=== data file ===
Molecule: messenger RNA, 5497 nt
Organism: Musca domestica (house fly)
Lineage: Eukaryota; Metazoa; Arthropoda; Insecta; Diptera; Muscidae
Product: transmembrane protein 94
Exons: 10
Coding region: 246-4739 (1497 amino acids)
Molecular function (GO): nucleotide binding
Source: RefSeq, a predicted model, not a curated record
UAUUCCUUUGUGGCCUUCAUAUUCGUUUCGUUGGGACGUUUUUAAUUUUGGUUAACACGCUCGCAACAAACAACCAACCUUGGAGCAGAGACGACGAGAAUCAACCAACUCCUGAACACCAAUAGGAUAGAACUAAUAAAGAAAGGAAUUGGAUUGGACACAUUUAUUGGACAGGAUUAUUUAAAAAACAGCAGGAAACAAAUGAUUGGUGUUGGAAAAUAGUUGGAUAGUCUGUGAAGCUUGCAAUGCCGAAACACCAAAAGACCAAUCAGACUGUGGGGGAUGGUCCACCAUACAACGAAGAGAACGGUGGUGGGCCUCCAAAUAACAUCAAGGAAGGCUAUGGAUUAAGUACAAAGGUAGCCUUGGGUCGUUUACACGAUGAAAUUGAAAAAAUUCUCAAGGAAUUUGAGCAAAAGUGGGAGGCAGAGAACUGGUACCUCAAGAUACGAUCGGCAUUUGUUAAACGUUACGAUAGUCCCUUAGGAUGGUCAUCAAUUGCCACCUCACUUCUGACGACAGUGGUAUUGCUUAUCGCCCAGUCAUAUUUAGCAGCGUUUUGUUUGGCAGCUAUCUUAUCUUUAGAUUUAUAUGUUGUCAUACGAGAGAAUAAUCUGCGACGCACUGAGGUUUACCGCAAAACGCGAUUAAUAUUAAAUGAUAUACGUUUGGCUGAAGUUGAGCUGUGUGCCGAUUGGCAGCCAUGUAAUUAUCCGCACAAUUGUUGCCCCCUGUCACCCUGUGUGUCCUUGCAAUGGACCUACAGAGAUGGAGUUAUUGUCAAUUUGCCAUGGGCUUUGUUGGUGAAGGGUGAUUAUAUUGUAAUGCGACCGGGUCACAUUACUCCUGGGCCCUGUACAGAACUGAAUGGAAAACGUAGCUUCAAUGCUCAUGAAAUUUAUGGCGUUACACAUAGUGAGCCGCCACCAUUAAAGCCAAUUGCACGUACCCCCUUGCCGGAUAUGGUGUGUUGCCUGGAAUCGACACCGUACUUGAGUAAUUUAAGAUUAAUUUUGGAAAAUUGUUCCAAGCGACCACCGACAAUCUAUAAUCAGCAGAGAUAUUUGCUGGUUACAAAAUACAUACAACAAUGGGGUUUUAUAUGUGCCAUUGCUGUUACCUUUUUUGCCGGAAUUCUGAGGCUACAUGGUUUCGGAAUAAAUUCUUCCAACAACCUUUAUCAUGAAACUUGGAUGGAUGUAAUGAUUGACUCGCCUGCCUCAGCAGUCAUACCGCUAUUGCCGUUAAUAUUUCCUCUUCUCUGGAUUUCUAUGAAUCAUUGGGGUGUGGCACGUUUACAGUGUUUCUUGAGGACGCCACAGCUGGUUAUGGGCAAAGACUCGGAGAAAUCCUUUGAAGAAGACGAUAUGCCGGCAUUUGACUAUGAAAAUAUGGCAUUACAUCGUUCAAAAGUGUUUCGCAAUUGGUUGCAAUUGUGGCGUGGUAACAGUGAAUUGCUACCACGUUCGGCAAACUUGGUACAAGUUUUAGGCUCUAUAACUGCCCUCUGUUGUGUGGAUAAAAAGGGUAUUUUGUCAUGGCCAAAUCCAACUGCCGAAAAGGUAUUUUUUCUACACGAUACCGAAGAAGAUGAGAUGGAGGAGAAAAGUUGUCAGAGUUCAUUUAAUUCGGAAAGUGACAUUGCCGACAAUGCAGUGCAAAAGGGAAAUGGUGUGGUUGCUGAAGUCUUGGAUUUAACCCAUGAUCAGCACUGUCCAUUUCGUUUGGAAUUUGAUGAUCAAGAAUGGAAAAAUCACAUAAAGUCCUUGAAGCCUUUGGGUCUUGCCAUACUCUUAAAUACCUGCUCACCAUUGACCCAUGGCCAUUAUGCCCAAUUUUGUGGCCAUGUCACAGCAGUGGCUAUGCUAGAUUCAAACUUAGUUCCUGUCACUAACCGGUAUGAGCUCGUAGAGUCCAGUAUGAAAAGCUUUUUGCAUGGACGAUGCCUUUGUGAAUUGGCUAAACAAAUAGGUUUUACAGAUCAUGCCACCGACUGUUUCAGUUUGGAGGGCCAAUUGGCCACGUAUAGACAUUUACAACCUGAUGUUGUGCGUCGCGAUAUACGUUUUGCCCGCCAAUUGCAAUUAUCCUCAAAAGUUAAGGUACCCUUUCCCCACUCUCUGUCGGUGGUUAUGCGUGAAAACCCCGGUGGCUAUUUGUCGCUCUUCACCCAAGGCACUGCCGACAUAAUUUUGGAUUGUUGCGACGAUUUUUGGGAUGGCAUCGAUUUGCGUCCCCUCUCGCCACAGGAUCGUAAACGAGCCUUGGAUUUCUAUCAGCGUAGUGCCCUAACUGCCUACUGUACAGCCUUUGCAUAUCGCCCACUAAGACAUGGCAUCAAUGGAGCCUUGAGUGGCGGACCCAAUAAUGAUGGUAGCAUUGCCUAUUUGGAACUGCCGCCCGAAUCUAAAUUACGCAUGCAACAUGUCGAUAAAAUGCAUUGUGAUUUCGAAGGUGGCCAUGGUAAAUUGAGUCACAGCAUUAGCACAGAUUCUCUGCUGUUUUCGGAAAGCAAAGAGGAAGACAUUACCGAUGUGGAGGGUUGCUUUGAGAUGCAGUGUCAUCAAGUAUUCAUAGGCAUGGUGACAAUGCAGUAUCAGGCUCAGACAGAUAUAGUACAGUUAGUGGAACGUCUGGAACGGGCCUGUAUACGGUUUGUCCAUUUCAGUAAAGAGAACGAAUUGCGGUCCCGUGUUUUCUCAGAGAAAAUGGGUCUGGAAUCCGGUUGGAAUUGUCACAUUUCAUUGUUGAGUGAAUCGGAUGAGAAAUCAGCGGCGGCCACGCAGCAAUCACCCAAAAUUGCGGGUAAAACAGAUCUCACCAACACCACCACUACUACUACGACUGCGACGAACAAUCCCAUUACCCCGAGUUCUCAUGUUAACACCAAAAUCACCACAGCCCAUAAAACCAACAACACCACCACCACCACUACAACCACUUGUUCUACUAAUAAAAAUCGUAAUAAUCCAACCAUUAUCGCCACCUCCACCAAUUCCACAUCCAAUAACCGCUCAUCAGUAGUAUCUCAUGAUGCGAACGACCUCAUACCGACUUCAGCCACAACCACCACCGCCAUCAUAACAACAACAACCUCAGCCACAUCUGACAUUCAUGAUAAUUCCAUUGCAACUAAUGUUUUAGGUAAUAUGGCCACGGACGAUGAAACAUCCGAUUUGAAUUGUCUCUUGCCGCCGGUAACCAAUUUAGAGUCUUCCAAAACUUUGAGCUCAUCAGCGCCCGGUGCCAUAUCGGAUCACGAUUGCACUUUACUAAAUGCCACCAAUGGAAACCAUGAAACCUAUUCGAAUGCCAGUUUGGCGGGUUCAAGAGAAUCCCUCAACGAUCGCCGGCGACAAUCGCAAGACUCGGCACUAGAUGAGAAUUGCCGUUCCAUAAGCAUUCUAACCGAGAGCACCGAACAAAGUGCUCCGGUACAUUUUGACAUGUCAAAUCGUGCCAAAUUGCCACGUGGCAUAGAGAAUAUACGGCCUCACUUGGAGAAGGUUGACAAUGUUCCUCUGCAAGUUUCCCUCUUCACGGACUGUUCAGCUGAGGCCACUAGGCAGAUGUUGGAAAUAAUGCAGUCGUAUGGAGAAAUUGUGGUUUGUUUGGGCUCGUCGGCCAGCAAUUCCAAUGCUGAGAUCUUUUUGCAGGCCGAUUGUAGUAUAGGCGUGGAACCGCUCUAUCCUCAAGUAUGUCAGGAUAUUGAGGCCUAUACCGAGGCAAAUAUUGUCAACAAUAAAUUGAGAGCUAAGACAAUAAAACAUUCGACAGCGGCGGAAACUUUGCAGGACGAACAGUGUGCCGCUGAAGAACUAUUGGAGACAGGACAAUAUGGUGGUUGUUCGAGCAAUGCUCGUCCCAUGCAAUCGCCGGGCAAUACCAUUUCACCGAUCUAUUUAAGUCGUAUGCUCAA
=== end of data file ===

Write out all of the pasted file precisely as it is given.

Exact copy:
Molecule: messenger RNA, 5497 nt
Organism: Musca domestica (house fly)
Lineage: Eukaryota; Metazoa; Arthropoda; Insecta; Diptera; Muscidae
Product: transmembrane protein 94
Exons: 10
Coding region: 246-4739 (1497 amino acids)
Molecular function (GO): nucleotide binding
Source: RefSeq, a predicted model, not a curated record
UAUUCCUUUGUGGCCUUCAUAUUCGUUUCGUUGGGACGUUUUUAAUUUUGGUUAACACGCUCGCAACAAACAACCAACCUUGGAGCAGAGACGACGAGAAUCAACCAACUCCUGAACACCAAUAGGAUAGAACUAAUAAAGAAAGGAAUUGGAUUGGACACAUUUAUUGGACAGGAUUAUUUAAAAAACAGCAGGAAACAAAUGAUUGGUGUUGGAAAAUAGUUGGAUAGUCUGUGAAGCUUGCAAUGCCGAAACACCAAAAGACCAAUCAGACUGUGGGGGAUGGUCCACCAUACAACGAAGAGAACGGUGGUGGGCCUCCAAAUAACAUCAAGGAAGGCUAUGGAUUAAGUACAAAGGUAGCCUUGGGUCGUUUACACGAUGAAAUUGAAAAAAUUCUCAAGGAAUUUGAGCAAAAGUGGGAGGCAGAGAACUGGUACCUCAAGAUACGAUCGGCAUUUGUUAAACGUUACGAUAGUCCCUUAGGAUGGUCAUCAAUUGCCACCUCACUUCUGACGACAGUGGUAUUGCUUAUCGCCCAGUCAUAUUUAGCAGCGUUUUGUUUGGCAGCUAUCUUAUCUUUAGAUUUAUAUGUUGUCAUACGAGAGAAUAAUCUGCGACGCACUGAGGUUUACCGCAAAACGCGAUUAAUAUUAAAUGAUAUACGUUUGGCUGAAGUUGAGCUGUGUGCCGAUUGGCAGCCAUGUAAUUAUCCGCACAAUUGUUGCCCCCUGUCACCCUGUGUGUCCUUGCAAUGGACCUACAGAGAUGGAGUUAUUGUCAAUUUGCCAUGGGCUUUGUUGGUGAAGGGUGAUUAUAUUGUAAUGCGACCGGGUCACAUUACUCCUGGGCCCUGUACAGAACUGAAUGGAAAACGUAGCUUCAAUGCUCAUGAAAUUUAUGGCGUUACACAUAGUGAGCCGCCACCAUUAAAGCCAAUUGCACGUACCCCCUUGCCGGAUAUGGUGUGUUGCCUGGAAUCGACACCGUACUUGAGUAAUUUAAGAUUAAUUUUGGAAAAUUGUUCCAAGCGACCACCGACAAUCUAUAAUCAGCAGAGAUAUUUGCUGGUUACAAAAUACAUACAACAAUGGGGUUUUAUAUGUGCCAUUGCUGUUACCUUUUUUGCCGGAAUUCUGAGGCUACAUGGUUUCGGAAUAAAUUCUUCCAACAACCUUUAUCAUGAAACUUGGAUGGAUGUAAUGAUUGACUCGCCUGCCUCAGCAGUCAUACCGCUAUUGCCGUUAAUAUUUCCUCUUCUCUGGAUUUCUAUGAAUCAUUGGGGUGUGGCACGUUUACAGUGUUUCUUGAGGACGCCACAGCUGGUUAUGGGCAAAGACUCGGAGAAAUCCUUUGAAGAAGACGAUAUGCCGGCAUUUGACUAUGAAAAUAUGGCAUUACAUCGUUCAAAAGUGUUUCGCAAUUGGUUGCAAUUGUGGCGUGGUAACAGUGAAUUGCUACCACGUUCGGCAAACUUGGUACAAGUUUUAGGCUCUAUAACUGCCCUCUGUUGUGUGGAUAAAAAGGGUAUUUUGUCAUGGCCAAAUCCAACUGCCGAAAAGGUAUUUUUUCUACACGAUACCGAAGAAGAUGAGAUGGAGGAGAAAAGUUGUCAGAGUUCAUUUAAUUCGGAAAGUGACAUUGCCGACAAUGCAGUGCAAAAGGGAAAUGGUGUGGUUGCUGAAGUCUUGGAUUUAACCCAUGAUCAGCACUGUCCAUUUCGUUUGGAAUUUGAUGAUCAAGAAUGGAAAAAUCACAUAAAGUCCUUGAAGCCUUUGGGUCUUGCCAUACUCUUAAAUACCUGCUCACCAUUGACCCAUGGCCAUUAUGCCCAAUUUUGUGGCCAUGUCACAGCAGUGGCUAUGCUAGAUUCAAACUUAGUUCCUGUCACUAACCGGUAUGAGCUCGUAGAGUCCAGUAUGAAAAGCUUUUUGCAUGGACGAUGCCUUUGUGAAUUGGCUAAACAAAUAGGUUUUACAGAUCAUGCCACCGACUGUUUCAGUUUGGAGGGCCAAUUGGCCACGUAUAGACAUUUACAACCUGAUGUUGUGCGUCGCGAUAUACGUUUUGCCCGCCAAUUGCAAUUAUCCUCAAAAGUUAAGGUACCCUUUCCCCACUCUCUGUCGGUGGUUAUGCGUGAAAACCCCGGUGGCUAUUUGUCGCUCUUCACCCAAGGCACUGCCGACAUAAUUUUGGAUUGUUGCGACGAUUUUUGGGAUGGCAUCGAUUUGCGUCCCCUCUCGCCACAGGAUCGUAAACGAGCCUUGGAUUUCUAUCAGCGUAGUGCCCUAACUGCCUACUGUACAGCCUUUGCAUAUCGCCCACUAAGACAUGGCAUCAAUGGAGCCUUGAGUGGCGGACCCAAUAAUGAUGGUAGCAUUGCCUAUUUGGAACUGCCGCCCGAAUCUAAAUUACGCAUGCAACAUGUCGAUAAAAUGCAUUGUGAUUUCGAAGGUGGCCAUGGUAAAUUGAGUCACAGCAUUAGCACAGAUUCUCUGCUGUUUUCGGAAAGCAAAGAGGAAGACAUUACCGAUGUGGAGGGUUGCUUUGAGAUGCAGUGUCAUCAAGUAUUCAUAGGCAUGGUGACAAUGCAGUAUCAGGCUCAGACAGAUAUAGUACAGUUAGUGGAACGUCUGGAACGGGCCUGUAUACGGUUUGUCCAUUUCAGUAAAGAGAACGAAUUGCGGUCCCGUGUUUUCUCAGAGAAAAUGGGUCUGGAAUCCGGUUGGAAUUGUCACAUUUCAUUGUUGAGUGAAUCGGAUGAGAAAUCAGCGGCGGCCACGCAGCAAUCACCCAAAAUUGCGGGUAAAACAGAUCUCACCAACACCACCACUACUACUACGACUGCGACGAACAAUCCCAUUACCCCGAGUUCUCAUGUUAACACCAAAAUCACCACAGCCCAUAAAACCAACAACACCACCACCACCACUACAACCACUUGUUCUACUAAUAAAAAUCGUAAUAAUCCAACCAUUAUCGCCACCUCCACCAAUUCCACAUCCAAUAACCGCUCAUCAGUAGUAUCUCAUGAUGCGAACGACCUCAUACCGACUUCAGCCACAACCACCACCGCCAUCAUAACAACAACAACCUCAGCCACAUCUGACAUUCAUGAUAAUUCCAUUGCAACUAAUGUUUUAGGUAAUAUGGCCACGGACGAUGAAACAUCCGAUUUGAAUUGUCUCUUGCCGCCGGUAACCAAUUUAGAGUCUUCCAAAACUUUGAGCUCAUCAGCGCCCGGUGCCAUAUCGGAUCACGAUUGCACUUUACUAAAUGCCACCAAUGGAAACCAUGAAACCUAUUCGAAUGCCAGUUUGGCGGGUUCAAGAGAAUCCCUCAACGAUCGCCGGCGACAAUCGCAAGACUCGGCACUAGAUGAGAAUUGCCGUUCCAUAAGCAUUCUAACCGAGAGCACCGAACAAAGUGCUCCGGUACAUUUUGACAUGUCAAAUCGUGCCAAAUUGCCACGUGGCAUAGAGAAUAUACGGCCUCACUUGGAGAAGGUUGACAAUGUUCCUCUGCAAGUUUCCCUCUUCACGGACUGUUCAGCUGAGGCCACUAGGCAGAUGUUGGAAAUAAUGCAGUCGUAUGGAGAAAUUGUGGUUUGUUUGGGCUCGUCGGCCAGCAAUUCCAAUGCUGAGAUCUUUUUGCAGGCCGAUUGUAGUAUAGGCGUGGAACCGCUCUAUCCUCAAGUAUGUCAGGAUAUUGAGGCCUAUACCGAGGCAAAUAUUGUCAACAAUAAAUUGAGAGCUAAGACAAUAAAACAUUCGACAGCGGCGGAAACUUUGCAGGACGAACAGUGUGCCGCUGAAGAACUAUUGGAGACAGGACAAUAUGGUGGUUGUUCGAGCAAUGCUCGUCCCAUGCAAUCGCCGGGCAAUACCAUUUCACCGAUCUAUUUAAGUCGUAUGCUCAA